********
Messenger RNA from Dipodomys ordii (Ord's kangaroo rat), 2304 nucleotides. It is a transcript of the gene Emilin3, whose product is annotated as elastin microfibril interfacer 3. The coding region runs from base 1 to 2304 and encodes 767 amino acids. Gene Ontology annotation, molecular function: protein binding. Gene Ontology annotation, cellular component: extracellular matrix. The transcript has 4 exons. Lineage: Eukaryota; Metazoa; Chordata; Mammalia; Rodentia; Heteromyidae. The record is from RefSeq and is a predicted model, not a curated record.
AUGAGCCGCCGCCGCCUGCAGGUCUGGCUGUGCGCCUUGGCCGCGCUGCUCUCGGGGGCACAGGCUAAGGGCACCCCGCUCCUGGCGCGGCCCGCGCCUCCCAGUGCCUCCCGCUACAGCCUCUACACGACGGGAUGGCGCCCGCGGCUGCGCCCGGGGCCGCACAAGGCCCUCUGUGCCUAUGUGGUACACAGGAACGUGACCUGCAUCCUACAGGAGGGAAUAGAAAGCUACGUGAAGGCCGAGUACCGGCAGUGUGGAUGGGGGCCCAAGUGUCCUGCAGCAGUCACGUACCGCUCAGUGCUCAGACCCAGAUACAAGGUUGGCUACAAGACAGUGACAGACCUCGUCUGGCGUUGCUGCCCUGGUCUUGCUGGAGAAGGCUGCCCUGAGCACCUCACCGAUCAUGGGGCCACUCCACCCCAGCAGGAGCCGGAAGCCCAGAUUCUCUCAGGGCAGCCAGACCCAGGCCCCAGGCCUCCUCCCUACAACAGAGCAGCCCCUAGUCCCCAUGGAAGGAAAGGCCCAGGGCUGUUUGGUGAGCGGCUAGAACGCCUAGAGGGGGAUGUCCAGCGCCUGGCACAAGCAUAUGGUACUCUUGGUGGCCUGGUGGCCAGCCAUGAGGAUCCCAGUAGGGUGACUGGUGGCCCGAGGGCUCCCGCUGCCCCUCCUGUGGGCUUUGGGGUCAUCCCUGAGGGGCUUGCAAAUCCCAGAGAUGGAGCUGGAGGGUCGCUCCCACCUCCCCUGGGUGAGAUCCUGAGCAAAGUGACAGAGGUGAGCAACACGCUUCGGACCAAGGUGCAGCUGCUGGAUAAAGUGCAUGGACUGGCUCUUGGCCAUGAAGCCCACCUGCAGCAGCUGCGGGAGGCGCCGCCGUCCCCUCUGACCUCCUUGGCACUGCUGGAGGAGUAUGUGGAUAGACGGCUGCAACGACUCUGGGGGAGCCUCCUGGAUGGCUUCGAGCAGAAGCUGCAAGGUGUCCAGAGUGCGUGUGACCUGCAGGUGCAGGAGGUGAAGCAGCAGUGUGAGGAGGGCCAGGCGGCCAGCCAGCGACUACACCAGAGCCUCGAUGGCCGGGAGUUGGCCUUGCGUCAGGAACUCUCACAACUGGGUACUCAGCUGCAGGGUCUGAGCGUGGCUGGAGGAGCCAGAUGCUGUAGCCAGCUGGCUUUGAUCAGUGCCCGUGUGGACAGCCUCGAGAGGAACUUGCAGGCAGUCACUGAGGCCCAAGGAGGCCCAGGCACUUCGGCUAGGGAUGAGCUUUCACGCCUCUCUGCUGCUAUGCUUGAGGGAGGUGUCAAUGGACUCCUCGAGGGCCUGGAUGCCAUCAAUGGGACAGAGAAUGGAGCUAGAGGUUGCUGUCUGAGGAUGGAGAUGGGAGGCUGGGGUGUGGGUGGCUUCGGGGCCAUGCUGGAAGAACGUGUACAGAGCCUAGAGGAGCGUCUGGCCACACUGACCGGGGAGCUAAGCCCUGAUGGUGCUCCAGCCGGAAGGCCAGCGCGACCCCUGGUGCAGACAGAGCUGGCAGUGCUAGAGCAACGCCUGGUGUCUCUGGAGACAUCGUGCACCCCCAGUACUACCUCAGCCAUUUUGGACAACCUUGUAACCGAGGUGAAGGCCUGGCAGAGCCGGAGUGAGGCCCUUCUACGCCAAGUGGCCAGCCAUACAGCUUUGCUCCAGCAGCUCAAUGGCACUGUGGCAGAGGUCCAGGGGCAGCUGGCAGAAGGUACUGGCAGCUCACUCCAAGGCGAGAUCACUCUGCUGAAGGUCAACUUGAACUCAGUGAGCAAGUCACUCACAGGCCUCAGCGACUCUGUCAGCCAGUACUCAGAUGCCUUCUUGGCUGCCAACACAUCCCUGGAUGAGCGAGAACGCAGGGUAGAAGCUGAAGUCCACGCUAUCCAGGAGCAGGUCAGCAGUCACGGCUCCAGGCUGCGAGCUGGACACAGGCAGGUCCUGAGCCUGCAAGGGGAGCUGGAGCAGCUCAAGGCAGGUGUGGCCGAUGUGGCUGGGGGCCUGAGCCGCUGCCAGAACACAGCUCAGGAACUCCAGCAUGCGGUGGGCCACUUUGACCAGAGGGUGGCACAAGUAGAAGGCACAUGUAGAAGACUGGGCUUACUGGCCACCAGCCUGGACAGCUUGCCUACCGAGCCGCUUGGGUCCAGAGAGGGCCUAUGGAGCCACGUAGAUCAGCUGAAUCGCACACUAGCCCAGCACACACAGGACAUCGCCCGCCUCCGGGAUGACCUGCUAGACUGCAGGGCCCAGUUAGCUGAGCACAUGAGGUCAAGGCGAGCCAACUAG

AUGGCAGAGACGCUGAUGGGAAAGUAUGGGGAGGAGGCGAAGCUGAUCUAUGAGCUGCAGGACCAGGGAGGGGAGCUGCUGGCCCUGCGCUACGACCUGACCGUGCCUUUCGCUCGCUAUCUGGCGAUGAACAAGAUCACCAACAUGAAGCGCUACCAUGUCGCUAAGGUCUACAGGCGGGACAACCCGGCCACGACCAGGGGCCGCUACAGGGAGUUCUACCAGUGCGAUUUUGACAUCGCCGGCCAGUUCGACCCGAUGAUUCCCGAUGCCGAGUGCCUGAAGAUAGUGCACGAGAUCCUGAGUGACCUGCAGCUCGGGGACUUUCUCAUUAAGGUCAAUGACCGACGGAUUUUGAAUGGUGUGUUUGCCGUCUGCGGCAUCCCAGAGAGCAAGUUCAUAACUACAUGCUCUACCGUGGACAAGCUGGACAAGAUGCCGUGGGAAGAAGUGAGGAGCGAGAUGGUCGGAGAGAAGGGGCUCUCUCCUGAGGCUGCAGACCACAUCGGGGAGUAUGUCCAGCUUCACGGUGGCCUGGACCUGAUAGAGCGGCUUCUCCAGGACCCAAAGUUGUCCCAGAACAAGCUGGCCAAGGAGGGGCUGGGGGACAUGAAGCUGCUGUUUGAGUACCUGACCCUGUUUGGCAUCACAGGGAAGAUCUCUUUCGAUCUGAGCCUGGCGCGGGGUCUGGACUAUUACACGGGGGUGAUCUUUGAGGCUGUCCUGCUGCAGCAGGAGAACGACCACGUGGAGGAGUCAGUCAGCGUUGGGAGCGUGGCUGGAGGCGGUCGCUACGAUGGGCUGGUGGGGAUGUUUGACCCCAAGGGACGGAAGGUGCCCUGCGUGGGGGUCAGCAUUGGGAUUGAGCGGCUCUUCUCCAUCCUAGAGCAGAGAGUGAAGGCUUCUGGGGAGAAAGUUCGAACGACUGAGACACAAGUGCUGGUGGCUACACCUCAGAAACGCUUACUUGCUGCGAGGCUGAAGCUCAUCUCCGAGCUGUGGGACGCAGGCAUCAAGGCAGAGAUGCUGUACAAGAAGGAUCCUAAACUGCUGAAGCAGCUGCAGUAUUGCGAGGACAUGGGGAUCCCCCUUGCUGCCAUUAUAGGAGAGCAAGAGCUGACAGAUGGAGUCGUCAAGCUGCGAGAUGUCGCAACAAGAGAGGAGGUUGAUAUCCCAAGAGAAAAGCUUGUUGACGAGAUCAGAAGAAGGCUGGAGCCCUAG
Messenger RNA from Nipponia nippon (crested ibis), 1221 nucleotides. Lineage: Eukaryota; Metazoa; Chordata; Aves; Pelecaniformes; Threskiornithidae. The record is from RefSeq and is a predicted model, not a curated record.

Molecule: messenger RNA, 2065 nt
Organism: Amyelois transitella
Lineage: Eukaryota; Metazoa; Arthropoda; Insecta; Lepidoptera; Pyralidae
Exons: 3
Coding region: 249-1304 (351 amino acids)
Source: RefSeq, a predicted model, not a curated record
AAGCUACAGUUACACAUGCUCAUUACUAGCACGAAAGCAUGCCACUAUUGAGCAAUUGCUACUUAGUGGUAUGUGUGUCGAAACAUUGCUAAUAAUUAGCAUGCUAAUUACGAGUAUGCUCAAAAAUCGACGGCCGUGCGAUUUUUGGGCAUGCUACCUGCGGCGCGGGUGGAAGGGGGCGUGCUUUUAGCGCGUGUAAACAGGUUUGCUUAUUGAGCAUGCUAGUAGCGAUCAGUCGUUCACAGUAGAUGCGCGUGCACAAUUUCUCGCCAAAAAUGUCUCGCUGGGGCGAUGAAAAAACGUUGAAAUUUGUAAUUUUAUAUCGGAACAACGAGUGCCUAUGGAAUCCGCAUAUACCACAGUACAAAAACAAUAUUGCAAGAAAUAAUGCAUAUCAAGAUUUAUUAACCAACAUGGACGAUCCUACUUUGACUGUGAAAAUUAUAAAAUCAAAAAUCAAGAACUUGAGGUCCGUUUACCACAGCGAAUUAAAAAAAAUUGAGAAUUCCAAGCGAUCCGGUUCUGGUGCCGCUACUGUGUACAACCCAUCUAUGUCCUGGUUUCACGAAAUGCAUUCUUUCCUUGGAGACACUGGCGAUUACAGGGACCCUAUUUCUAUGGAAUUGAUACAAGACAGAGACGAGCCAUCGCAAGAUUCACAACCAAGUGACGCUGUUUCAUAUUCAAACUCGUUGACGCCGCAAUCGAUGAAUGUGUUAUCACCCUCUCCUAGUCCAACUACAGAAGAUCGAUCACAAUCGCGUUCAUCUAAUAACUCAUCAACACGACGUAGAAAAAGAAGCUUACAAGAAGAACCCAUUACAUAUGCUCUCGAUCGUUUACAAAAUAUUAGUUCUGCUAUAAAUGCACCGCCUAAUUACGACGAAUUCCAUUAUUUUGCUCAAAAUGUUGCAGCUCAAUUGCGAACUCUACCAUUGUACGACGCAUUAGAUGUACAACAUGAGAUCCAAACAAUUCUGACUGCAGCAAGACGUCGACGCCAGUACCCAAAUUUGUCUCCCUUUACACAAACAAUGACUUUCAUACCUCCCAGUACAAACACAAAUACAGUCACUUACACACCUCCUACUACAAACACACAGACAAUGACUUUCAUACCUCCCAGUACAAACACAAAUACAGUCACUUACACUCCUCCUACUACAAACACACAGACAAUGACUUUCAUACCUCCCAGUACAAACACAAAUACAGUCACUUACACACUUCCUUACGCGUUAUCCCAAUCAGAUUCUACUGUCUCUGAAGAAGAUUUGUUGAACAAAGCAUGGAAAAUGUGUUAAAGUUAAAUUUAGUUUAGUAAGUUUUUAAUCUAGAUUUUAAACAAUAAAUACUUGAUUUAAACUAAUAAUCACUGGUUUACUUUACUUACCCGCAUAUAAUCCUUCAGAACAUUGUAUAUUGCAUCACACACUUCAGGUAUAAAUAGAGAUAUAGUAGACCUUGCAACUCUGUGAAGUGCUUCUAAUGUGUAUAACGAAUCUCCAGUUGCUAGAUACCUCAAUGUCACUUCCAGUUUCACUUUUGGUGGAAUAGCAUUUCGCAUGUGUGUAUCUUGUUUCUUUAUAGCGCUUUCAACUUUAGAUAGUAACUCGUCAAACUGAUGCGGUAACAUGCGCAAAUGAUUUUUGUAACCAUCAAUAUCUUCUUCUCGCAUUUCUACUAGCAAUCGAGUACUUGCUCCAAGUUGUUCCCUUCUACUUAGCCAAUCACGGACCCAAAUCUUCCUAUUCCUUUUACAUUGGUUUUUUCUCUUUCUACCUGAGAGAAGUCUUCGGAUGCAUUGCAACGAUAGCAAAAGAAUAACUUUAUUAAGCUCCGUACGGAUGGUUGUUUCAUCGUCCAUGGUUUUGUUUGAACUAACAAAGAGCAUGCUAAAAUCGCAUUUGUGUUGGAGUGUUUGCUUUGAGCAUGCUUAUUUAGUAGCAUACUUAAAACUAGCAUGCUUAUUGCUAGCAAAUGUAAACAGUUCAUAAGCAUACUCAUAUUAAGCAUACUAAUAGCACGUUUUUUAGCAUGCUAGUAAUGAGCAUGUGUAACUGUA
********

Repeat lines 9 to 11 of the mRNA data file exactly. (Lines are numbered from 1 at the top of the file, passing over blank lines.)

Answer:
Coding region: 249-1304 (351 amino acids)
Source: RefSeq, a predicted model, not a curated record
AAGCUACAGUUACACAUGCUCAUUACUAGCACGAAAGCAUGCCACUAUUGAGCAAUUGCUACUUAGUGGUAUGUGUGUCGAAACAUUGCUAAUAAUUAGCAUGCUAAUUACGAGUAUGCUCAAAAAUCGACGGCCGUGCGAUUUUUGGGCAUGCUACCUGCGGCGCGGGUGGAAGGGGGCGUGCUUUUAGCGCGUGUAAACAGGUUUGCUUAUUGAGCAUGCUAGUAGCGAUCAGUCGUUCACAGUAGAUGCGCGUGCACAAUUUCUCGCCAAAAAUGUCUCGCUGGGGCGAUGAAAAAACGUUGAAAUUUGUAAUUUUAUAUCGGAACAACGAGUGCCUAUGGAAUCCGCAUAUACCACAGUACAAAAACAAUAUUGCAAGAAAUAAUGCAUAUCAAGAUUUAUUAACCAACAUGGACGAUCCUACUUUGACUGUGAAAAUUAUAAAAUCAAAAAUCAAGAACUUGAGGUCCGUUUACCACAGCGAAUUAAAAAAAAUUGAGAAUUCCAAGCGAUCCGGUUCUGGUGCCGCUACUGUGUACAACCCAUCUAUGUCCUGGUUUCACGAAAUGCAUUCUUUCCUUGGAGACACUGGCGAUUACAGGGACCCUAUUUCUAUGGAAUUGAUACAAGACAGAGACGAGCCAUCGCAAGAUUCACAACCAAGUGACGCUGUUUCAUAUUCAAACUCGUUGACGCCGCAAUCGAUGAAUGUGUUAUCACCCUCUCCUAGUCCAACUACAGAAGAUCGAUCACAAUCGCGUUCAUCUAAUAACUCAUCAACACGACGUAGAAAAAGAAGCUUACAAGAAGAACCCAUUACAUAUGCUCUCGAUCGUUUACAAAAUAUUAGUUCUGCUAUAAAUGCACCGCCUAAUUACGACGAAUUCCAUUAUUUUGCUCAAAAUGUUGCAGCUCAAUUGCGAACUCUACCAUUGUACGACGCAUUAGAUGUACAACAUGAGAUCCAAACAAUUCUGACUGCAGCAAGACGUCGACGCCAGUACCCAAAUUUGUCUCCCUUUACACAAACAAUGACUUUCAUACCUCCCAGUACAAACACAAAUACAGUCACUUACACACCUCCUACUACAAACACACAGACAAUGACUUUCAUACCUCCCAGUACAAACACAAAUACAGUCACUUACACUCCUCCUACUACAAACACACAGACAAUGACUUUCAUACCUCCCAGUACAAACACAAAUACAGUCACUUACACACUUCCUUACGCGUUAUCCCAAUCAGAUUCUACUGUCUCUGAAGAAGAUUUGUUGAACAAAGCAUGGAAAAUGUGUUAAAGUUAAAUUUAGUUUAGUAAGUUUUUAAUCUAGAUUUUAAACAAUAAAUACUUGAUUUAAACUAAUAAUCACUGGUUUACUUUACUUACCCGCAUAUAAUCCUUCAGAACAUUGUAUAUUGCAUCACACACUUCAGGUAUAAAUAGAGAUAUAGUAGACCUUGCAACUCUGUGAAGUGCUUCUAAUGUGUAUAACGAAUCUCCAGUUGCUAGAUACCUCAAUGUCACUUCCAGUUUCACUUUUGGUGGAAUAGCAUUUCGCAUGUGUGUAUCUUGUUUCUUUAUAGCGCUUUCAACUUUAGAUAGUAACUCGUCAAACUGAUGCGGUAACAUGCGCAAAUGAUUUUUGUAACCAUCAAUAUCUUCUUCUCGCAUUUCUACUAGCAAUCGAGUACUUGCUCCAAGUUGUUCCCUUCUACUUAGCCAAUCACGGACCCAAAUCUUCCUAUUCCUUUUACAUUGGUUUUUUCUCUUUCUACCUGAGAGAAGUCUUCGGAUGCAUUGCAACGAUAGCAAAAGAAUAACUUUAUUAAGCUCCGUACGGAUGGUUGUUUCAUCGUCCAUGGUUUUGUUUGAACUAACAAAGAGCAUGCUAAAAUCGCAUUUGUGUUGGAGUGUUUGCUUUGAGCAUGCUUAUUUAGUAGCAUACUUAAAACUAGCAUGCUUAUUGCUAGCAAAUGUAAACAGUUCAUAAGCAUACUCAUAUUAAGCAUACUAAUAGCACGUUUUUUAGCAUGCUAGUAAUGAGCAUGUGUAACUGUA